A carbon tax would dramatically change electric utility resource planning. Should a utility continue to maintain existing coal facilities or build new nuclear, wind or solar plants? That trade off would now properly reflect the global warming damage of burning coal. Could utilities make coal work through storage underground (sequestration) of emissions? They could evaluate that option with a simple cost/benefit calculation. But with a carbon tax the bias in utility planning will shift dramatically toward reducing carbon pollution.
While our current tax system poses no penalty for polluters, we currently impose a systemic penalty on job creators. Each employer must pay a 6.2%% tax on the first $117,000 in wages paid. Each employer must also pay a 1.45% tax on all wages paid. These two taxes together are called the “employer payroll tax” and are used to fund Social Security in the first case and Medicare in the second case. Of course, funding Social Security and Medicare is a laudable purpose, but it creates an added cost of labor to employers and discourages the hiring of new workers. And because the tax exempts income above $117,000 for the social security portion, it creates the perverse incentive to pile more work on the top performers who make above that amount. While these high paid earners are paid more, no additional funds are available ot support a strained social security system. In the mean time this tax system creates a disincentive to hire new workers who will incur the full payroll tax on the first dollar paid. Elimination of the payroll tax with revenues from the carbon tax will remove this disincentive.
How would this system work? The carbon tax would need to be administered at the extraction or import point of fossil fuels. Renewable sources of carbon such as firewood or biomass ethanol or biomass methane would be exempt from the tax because they don’t add new net carbon to the atmospheric system. Coal companies, gas companies, oil producers, and importers of oil would be charged the tax upon first sale or use of the commodity. Like the payroll tax it replaces, this tax would be paid indirectly by consumers, not directly. The tax would be levied based on the carbon content times the weight, so a standard rate per volume of coal, gas, or oil could be developed. Offsets or tax credits could be made available to users of these commodities based on their ability to sequester CO2. This would provide an effective exemption for “clean coal” or indeed clean gas or oil, along with an incentive for the development of these options. These credits could be sold to producers to offset some of the carbon tax owed.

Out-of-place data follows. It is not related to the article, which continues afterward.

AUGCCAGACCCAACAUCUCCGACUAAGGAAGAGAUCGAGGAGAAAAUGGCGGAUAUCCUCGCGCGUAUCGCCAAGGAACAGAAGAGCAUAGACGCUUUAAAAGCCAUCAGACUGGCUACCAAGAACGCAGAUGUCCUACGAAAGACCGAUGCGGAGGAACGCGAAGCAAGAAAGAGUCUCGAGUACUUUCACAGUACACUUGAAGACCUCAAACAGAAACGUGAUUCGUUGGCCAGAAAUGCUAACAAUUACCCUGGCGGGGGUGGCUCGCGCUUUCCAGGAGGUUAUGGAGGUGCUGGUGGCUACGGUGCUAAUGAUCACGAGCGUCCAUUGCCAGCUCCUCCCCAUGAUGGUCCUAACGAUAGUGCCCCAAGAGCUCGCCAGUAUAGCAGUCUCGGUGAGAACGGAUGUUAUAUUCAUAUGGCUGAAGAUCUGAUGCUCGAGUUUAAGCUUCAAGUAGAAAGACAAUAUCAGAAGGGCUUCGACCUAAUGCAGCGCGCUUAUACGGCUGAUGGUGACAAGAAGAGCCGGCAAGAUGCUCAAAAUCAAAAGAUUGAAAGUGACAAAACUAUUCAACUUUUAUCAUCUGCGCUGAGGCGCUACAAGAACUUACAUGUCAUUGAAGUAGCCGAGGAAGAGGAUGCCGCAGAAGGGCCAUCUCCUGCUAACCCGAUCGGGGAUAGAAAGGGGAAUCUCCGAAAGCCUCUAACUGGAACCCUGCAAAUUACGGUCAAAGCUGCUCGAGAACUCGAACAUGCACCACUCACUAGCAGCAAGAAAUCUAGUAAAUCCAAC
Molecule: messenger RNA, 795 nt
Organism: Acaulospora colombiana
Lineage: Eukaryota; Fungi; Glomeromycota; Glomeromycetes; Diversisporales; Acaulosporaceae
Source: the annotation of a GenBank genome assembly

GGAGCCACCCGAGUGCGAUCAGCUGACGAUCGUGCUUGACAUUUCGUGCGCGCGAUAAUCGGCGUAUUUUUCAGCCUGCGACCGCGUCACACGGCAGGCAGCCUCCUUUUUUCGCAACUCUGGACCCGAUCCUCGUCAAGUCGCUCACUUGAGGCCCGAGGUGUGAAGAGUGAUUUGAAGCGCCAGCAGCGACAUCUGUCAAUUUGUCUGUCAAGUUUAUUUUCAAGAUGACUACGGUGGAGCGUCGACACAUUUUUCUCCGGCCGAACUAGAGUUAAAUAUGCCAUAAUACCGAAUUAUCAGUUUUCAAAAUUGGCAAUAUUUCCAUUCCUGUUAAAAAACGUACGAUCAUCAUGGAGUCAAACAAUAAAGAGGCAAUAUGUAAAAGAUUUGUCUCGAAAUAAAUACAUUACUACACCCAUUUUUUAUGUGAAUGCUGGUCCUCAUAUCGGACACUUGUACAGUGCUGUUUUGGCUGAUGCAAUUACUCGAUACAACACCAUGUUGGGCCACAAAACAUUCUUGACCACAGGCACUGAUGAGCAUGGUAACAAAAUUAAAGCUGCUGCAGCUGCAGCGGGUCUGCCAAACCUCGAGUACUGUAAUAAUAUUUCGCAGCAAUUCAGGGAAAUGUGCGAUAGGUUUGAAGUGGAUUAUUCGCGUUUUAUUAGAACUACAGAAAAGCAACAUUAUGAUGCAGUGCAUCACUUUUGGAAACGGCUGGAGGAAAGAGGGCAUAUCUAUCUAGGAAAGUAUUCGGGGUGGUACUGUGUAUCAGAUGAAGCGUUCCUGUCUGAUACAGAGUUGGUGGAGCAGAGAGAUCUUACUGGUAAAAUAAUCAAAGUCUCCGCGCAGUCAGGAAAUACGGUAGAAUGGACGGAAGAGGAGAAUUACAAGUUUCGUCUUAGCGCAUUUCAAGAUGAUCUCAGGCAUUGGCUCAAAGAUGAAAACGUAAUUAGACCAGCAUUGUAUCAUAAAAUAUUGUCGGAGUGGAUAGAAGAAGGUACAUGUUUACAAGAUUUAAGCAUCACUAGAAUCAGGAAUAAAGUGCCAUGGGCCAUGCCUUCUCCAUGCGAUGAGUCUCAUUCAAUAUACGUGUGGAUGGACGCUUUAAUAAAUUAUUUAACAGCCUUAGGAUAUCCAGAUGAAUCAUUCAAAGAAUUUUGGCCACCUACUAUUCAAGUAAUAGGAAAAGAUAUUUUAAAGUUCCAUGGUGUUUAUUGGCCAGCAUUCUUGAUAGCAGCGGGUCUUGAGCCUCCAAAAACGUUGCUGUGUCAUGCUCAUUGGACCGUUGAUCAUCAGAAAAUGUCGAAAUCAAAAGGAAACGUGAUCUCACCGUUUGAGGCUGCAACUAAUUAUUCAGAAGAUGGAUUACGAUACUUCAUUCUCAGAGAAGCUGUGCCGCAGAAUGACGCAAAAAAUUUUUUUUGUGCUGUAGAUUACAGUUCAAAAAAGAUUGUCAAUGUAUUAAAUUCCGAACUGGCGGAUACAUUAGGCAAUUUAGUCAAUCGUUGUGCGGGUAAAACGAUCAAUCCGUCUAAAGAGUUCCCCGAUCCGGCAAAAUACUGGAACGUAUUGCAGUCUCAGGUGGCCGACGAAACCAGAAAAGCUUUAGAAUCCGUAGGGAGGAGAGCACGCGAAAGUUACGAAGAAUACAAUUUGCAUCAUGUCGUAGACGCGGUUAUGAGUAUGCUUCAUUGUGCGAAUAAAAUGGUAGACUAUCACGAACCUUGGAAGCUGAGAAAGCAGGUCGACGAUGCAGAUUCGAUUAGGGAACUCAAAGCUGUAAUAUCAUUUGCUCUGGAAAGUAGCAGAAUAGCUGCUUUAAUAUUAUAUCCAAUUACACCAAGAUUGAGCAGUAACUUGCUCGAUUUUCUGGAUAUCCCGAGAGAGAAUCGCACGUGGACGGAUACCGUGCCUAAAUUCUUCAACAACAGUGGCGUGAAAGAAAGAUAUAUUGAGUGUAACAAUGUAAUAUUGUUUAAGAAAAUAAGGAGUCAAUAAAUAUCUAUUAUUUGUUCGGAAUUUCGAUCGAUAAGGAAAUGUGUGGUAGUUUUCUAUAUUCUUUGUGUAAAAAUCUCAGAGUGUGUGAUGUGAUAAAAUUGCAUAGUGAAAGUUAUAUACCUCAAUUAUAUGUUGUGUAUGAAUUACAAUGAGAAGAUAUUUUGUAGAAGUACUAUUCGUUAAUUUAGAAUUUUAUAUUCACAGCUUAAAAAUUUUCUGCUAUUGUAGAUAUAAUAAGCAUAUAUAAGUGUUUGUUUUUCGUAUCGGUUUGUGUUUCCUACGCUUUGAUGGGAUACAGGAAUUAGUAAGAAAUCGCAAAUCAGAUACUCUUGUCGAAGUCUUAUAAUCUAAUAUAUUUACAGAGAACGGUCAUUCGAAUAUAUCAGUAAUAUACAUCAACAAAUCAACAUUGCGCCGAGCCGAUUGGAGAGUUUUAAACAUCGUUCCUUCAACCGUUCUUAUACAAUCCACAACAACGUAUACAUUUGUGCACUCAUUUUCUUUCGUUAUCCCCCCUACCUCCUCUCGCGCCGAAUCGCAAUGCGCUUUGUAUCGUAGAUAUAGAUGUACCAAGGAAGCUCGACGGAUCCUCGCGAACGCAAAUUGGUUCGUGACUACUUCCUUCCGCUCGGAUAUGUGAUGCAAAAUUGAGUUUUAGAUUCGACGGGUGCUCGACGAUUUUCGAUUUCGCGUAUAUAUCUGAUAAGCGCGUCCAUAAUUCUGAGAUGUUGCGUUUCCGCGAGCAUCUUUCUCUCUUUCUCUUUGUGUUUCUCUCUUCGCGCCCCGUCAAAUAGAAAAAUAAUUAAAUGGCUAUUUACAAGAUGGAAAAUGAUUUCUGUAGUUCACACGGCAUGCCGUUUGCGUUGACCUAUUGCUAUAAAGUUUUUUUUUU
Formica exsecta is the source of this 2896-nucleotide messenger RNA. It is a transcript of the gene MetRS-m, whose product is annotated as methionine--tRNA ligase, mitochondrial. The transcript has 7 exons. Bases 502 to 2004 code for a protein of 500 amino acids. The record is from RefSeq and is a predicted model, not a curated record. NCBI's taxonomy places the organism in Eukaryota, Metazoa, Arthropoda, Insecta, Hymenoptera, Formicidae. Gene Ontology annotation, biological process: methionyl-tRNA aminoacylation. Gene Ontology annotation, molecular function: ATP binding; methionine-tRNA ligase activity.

The tax could be easily phased in, although the administrative burden of the payroll tax would only be relieved upon its full elimination. The payroll tax could be eliminated by 1% a year over 12 years, with the employer portion being reduced to zero first and then the employee portion reduced to 3% (or so) following that. The employee portion should not be reduced to zero since we would still want to keep tracking employee contributions to Social Security and Medicare. One way to think of it would be that the carbon tax would be used to provide “matching” contributions to the employee’s own contributions to Social Security and Medicare. Social Security and Medicare benefit formulas would not need to change at all even though the funding source would be changed.